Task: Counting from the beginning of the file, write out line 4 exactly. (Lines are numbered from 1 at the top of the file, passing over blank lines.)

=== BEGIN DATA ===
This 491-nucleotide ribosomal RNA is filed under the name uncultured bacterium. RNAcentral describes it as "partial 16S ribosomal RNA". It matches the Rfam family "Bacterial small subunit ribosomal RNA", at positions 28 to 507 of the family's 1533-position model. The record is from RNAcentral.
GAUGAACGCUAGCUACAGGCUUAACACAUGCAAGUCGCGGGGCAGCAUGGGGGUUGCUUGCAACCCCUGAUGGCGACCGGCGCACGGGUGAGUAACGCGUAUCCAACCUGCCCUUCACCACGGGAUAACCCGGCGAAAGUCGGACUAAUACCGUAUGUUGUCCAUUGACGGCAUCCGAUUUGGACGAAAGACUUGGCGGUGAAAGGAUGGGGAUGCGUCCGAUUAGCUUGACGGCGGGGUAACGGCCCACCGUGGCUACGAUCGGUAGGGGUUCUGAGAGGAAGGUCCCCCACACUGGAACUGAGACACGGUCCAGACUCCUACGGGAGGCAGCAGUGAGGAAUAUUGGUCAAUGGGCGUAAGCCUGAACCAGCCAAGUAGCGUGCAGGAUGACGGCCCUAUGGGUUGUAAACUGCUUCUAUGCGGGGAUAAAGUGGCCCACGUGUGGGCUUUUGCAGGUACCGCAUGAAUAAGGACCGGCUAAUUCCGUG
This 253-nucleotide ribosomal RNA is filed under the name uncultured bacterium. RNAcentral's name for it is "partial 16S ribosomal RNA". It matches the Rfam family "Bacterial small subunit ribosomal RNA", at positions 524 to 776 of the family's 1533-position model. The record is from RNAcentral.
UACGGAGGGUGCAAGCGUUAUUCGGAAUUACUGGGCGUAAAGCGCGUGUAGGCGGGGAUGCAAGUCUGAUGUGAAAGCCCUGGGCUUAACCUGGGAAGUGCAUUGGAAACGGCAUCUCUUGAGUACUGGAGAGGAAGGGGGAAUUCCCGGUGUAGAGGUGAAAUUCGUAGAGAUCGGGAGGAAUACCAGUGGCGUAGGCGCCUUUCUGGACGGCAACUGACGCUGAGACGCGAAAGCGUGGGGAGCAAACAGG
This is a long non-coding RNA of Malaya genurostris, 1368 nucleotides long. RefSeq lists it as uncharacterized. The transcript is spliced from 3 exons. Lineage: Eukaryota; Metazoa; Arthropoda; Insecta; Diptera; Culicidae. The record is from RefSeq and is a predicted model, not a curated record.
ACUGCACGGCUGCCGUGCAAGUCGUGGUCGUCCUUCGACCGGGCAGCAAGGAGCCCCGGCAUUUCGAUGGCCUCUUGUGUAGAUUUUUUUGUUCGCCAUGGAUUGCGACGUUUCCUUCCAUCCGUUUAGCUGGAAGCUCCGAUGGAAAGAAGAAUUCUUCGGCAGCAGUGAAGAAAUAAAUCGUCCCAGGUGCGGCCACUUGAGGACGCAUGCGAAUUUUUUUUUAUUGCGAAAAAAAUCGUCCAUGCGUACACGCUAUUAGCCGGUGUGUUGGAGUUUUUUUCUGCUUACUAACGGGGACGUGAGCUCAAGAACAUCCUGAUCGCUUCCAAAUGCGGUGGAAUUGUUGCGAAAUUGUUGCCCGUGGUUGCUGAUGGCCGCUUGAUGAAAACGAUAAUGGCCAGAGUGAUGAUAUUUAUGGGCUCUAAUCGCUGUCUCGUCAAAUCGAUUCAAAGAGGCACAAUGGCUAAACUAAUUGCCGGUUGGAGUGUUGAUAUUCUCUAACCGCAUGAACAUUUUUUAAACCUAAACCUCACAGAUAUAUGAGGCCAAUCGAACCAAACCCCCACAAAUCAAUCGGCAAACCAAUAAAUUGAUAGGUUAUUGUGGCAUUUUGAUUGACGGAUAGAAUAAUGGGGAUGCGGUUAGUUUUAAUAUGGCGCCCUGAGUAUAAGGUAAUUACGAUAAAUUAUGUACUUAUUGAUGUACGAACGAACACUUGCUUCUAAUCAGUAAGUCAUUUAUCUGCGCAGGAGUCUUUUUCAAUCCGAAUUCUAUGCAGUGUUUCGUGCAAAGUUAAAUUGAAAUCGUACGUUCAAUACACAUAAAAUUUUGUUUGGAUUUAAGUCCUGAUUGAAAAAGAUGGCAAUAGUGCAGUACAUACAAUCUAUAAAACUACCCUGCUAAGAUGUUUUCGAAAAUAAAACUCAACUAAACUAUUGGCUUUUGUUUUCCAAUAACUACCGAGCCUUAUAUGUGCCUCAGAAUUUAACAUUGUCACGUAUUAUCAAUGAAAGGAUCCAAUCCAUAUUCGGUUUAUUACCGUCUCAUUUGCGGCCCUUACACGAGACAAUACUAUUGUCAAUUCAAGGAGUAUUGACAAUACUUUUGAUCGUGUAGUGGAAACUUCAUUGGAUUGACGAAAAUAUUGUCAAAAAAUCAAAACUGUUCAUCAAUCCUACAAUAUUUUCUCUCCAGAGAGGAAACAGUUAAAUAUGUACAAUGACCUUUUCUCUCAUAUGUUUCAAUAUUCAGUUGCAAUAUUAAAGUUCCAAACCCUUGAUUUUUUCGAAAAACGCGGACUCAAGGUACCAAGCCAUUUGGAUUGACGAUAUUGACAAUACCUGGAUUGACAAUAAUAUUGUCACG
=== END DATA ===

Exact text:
UACGGAGGGUGCAAGCGUUAUUCGGAAUUACUGGGCGUAAAGCGCGUGUAGGCGGGGAUGCAAGUCUGAUGUGAAAGCCCUGGGCUUAACCUGGGAAGUGCAUUGGAAACGGCAUCUCUUGAGUACUGGAGAGGAAGGGGGAAUUCCCGGUGUAGAGGUGAAAUUCGUAGAGAUCGGGAGGAAUACCAGUGGCGUAGGCGCCUUUCUGGACGGCAACUGACGCUGAGACGCGAAAGCGUGGGGAGCAAACAGG